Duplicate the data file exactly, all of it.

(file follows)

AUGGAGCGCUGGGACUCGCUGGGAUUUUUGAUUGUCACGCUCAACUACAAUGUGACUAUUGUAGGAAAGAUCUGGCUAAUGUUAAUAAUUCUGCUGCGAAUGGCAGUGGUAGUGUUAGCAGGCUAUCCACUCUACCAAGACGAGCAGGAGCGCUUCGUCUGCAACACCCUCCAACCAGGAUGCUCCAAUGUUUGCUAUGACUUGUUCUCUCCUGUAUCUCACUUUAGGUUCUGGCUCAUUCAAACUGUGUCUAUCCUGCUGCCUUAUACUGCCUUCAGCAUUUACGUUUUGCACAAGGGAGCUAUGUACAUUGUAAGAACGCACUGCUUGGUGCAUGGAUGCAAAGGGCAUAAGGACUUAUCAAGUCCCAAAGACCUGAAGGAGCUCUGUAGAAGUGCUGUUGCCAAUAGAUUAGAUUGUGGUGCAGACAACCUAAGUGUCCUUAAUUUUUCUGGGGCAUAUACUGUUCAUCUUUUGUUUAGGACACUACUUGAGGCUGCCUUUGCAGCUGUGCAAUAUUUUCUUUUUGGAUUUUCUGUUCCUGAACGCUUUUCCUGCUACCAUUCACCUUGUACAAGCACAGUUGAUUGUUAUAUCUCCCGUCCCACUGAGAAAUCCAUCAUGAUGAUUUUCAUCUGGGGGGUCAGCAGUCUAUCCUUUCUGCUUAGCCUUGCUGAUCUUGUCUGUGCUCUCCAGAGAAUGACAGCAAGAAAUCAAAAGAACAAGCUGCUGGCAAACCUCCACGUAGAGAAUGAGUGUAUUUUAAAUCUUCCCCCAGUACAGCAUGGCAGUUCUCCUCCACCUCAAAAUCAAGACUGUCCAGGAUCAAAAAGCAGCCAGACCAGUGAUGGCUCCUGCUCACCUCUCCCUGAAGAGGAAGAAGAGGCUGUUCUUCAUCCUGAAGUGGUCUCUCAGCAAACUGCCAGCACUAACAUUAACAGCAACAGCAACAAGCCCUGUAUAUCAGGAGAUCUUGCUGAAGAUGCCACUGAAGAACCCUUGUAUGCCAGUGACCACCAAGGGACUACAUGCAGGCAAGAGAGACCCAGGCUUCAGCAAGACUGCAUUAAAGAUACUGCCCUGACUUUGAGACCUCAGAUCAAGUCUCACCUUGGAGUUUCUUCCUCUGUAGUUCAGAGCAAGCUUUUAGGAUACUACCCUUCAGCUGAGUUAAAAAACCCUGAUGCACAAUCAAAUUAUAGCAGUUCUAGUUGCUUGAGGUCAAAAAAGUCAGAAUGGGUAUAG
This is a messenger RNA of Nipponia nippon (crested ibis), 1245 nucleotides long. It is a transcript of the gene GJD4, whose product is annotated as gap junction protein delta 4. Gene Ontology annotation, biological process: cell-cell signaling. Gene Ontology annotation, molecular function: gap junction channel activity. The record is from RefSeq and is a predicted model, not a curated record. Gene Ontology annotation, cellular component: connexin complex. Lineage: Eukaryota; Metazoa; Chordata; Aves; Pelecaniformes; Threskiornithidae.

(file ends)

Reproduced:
AUGGAGCGCUGGGACUCGCUGGGAUUUUUGAUUGUCACGCUCAACUACAAUGUGACUAUUGUAGGAAAGAUCUGGCUAAUGUUAAUAAUUCUGCUGCGAAUGGCAGUGGUAGUGUUAGCAGGCUAUCCACUCUACCAAGACGAGCAGGAGCGCUUCGUCUGCAACACCCUCCAACCAGGAUGCUCCAAUGUUUGCUAUGACUUGUUCUCUCCUGUAUCUCACUUUAGGUUCUGGCUCAUUCAAACUGUGUCUAUCCUGCUGCCUUAUACUGCCUUCAGCAUUUACGUUUUGCACAAGGGAGCUAUGUACAUUGUAAGAACGCACUGCUUGGUGCAUGGAUGCAAAGGGCAUAAGGACUUAUCAAGUCCCAAAGACCUGAAGGAGCUCUGUAGAAGUGCUGUUGCCAAUAGAUUAGAUUGUGGUGCAGACAACCUAAGUGUCCUUAAUUUUUCUGGGGCAUAUACUGUUCAUCUUUUGUUUAGGACACUACUUGAGGCUGCCUUUGCAGCUGUGCAAUAUUUUCUUUUUGGAUUUUCUGUUCCUGAACGCUUUUCCUGCUACCAUUCACCUUGUACAAGCACAGUUGAUUGUUAUAUCUCCCGUCCCACUGAGAAAUCCAUCAUGAUGAUUUUCAUCUGGGGGGUCAGCAGUCUAUCCUUUCUGCUUAGCCUUGCUGAUCUUGUCUGUGCUCUCCAGAGAAUGACAGCAAGAAAUCAAAAGAACAAGCUGCUGGCAAACCUCCACGUAGAGAAUGAGUGUAUUUUAAAUCUUCCCCCAGUACAGCAUGGCAGUUCUCCUCCACCUCAAAAUCAAGACUGUCCAGGAUCAAAAAGCAGCCAGACCAGUGAUGGCUCCUGCUCACCUCUCCCUGAAGAGGAAGAAGAGGCUGUUCUUCAUCCUGAAGUGGUCUCUCAGCAAACUGCCAGCACUAACAUUAACAGCAACAGCAACAAGCCCUGUAUAUCAGGAGAUCUUGCUGAAGAUGCCACUGAAGAACCCUUGUAUGCCAGUGACCACCAAGGGACUACAUGCAGGCAAGAGAGACCCAGGCUUCAGCAAGACUGCAUUAAAGAUACUGCCCUGACUUUGAGACCUCAGAUCAAGUCUCACCUUGGAGUUUCUUCCUCUGUAGUUCAGAGCAAGCUUUUAGGAUACUACCCUUCAGCUGAGUUAAAAAACCCUGAUGCACAAUCAAAUUAUAGCAGUUCUAGUUGCUUGAGGUCAAAAAAGUCAGAAUGGGUAUAG
This is a messenger RNA of Nipponia nippon (crested ibis), 1245 nucleotides long. It is a transcript of the gene GJD4, whose product is annotated as gap junction protein delta 4. Gene Ontology annotation, biological process: cell-cell signaling. Gene Ontology annotation, molecular function: gap junction channel activity. The record is from RefSeq and is a predicted model, not a curated record. Gene Ontology annotation, cellular component: connexin complex. Lineage: Eukaryota; Metazoa; Chordata; Aves; Pelecaniformes; Threskiornithidae.